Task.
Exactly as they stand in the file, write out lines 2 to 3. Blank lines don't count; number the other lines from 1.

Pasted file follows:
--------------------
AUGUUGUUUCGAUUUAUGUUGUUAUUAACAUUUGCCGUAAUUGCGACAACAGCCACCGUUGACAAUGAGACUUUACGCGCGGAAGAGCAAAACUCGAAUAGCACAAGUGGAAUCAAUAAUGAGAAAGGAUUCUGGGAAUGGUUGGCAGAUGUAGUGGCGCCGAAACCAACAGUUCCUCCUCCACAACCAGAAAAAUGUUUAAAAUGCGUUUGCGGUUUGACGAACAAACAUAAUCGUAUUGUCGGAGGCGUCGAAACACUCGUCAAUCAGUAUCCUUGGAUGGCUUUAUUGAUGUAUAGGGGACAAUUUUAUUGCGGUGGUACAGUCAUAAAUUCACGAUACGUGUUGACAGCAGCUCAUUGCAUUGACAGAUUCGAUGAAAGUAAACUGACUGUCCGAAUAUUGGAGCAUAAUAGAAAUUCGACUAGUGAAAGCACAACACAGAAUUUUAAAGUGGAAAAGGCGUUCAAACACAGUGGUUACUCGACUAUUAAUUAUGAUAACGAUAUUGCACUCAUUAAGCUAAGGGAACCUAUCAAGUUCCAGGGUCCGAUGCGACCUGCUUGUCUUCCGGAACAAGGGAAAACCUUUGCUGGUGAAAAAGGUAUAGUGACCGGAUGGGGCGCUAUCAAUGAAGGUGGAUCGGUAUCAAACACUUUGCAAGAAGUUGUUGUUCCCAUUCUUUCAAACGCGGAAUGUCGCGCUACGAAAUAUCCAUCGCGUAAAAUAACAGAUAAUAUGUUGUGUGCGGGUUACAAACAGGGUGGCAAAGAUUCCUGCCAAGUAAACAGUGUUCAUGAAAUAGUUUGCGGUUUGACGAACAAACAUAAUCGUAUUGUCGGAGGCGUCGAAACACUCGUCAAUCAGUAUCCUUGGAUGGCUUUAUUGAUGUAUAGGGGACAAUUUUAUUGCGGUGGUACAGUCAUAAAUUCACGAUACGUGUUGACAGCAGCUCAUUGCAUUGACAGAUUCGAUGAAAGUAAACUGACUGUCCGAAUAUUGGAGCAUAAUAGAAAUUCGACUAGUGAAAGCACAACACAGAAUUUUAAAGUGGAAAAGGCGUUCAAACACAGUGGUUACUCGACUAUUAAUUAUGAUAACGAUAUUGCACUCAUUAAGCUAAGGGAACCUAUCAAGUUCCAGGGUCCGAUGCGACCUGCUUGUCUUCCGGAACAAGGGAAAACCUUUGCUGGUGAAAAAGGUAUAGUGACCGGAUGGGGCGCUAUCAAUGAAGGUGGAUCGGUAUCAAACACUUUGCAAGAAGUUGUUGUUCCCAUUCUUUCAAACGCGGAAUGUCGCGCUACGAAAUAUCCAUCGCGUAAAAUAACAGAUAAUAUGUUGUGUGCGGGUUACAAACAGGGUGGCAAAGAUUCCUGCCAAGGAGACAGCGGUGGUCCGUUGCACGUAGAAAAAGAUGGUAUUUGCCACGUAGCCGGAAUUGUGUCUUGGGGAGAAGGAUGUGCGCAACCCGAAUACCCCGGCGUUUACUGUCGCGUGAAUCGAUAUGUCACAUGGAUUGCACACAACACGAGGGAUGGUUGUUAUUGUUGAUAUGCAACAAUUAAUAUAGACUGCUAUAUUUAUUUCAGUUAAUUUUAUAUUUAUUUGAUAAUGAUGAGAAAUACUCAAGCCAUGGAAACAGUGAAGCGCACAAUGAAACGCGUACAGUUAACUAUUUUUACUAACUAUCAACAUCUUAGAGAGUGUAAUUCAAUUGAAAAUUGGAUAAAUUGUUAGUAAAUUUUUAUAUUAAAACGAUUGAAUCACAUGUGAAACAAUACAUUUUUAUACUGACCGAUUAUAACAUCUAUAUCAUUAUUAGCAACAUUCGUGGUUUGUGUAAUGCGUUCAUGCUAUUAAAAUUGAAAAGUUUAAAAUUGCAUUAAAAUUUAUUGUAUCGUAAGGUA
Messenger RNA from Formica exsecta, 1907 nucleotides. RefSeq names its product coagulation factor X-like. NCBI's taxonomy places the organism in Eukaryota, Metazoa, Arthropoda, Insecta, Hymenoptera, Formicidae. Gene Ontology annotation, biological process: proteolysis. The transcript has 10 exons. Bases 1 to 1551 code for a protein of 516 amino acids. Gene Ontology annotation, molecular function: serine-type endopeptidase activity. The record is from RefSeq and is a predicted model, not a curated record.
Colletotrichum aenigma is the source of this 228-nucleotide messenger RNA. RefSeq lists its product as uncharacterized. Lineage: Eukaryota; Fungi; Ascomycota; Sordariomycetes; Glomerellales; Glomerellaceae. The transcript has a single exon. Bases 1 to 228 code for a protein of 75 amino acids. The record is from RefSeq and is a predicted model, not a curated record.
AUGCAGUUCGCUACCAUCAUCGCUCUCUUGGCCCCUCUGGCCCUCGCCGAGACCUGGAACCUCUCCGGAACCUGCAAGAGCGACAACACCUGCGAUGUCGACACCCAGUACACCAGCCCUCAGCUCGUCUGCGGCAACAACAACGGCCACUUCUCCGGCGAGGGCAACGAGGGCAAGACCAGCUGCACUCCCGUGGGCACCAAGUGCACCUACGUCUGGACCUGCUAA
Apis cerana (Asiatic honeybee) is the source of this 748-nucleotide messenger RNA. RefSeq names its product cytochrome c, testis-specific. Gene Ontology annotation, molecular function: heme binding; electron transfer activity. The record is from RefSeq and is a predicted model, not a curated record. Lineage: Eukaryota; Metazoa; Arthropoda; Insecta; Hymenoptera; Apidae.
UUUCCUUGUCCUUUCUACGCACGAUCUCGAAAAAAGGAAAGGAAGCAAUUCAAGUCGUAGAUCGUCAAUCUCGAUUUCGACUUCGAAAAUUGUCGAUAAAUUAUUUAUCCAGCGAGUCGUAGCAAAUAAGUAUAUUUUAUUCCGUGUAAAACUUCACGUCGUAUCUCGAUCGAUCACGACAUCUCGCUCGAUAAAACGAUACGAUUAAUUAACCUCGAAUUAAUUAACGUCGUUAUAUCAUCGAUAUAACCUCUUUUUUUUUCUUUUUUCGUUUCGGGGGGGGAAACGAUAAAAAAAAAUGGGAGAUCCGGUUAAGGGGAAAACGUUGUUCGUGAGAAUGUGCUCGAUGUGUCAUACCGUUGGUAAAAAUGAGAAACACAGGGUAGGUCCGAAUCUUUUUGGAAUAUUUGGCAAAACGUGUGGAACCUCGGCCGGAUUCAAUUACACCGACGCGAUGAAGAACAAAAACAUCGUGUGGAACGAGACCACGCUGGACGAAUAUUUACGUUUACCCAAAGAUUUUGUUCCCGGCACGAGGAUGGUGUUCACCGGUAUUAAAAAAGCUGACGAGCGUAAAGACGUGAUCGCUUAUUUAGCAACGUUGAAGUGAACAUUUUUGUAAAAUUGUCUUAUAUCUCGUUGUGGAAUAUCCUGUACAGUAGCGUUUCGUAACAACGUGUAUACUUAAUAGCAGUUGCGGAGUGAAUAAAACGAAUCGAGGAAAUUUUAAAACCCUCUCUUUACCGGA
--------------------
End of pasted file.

Messenger RNA from Formica exsecta, 1907 nucleotides. RefSeq names its product coagulation factor X-like. NCBI's taxonomy places the organism in Eukaryota, Metazoa, Arthropoda, Insecta, Hymenoptera, Formicidae. Gene Ontology annotation, biological process: proteolysis. The transcript has 10 exons. Bases 1 to 1551 code for a protein of 516 amino acids. Gene Ontology annotation, molecular function: serine-type endopeptidase activity. The record is from RefSeq and is a predicted model, not a curated record.
Colletotrichum aenigma is the source of this 228-nucleotide messenger RNA. RefSeq lists its product as uncharacterized. Lineage: Eukaryota; Fungi; Ascomycota; Sordariomycetes; Glomerellales; Glomerellaceae. The transcript has a single exon. Bases 1 to 228 code for a protein of 75 amino acids. The record is from RefSeq and is a predicted model, not a curated record.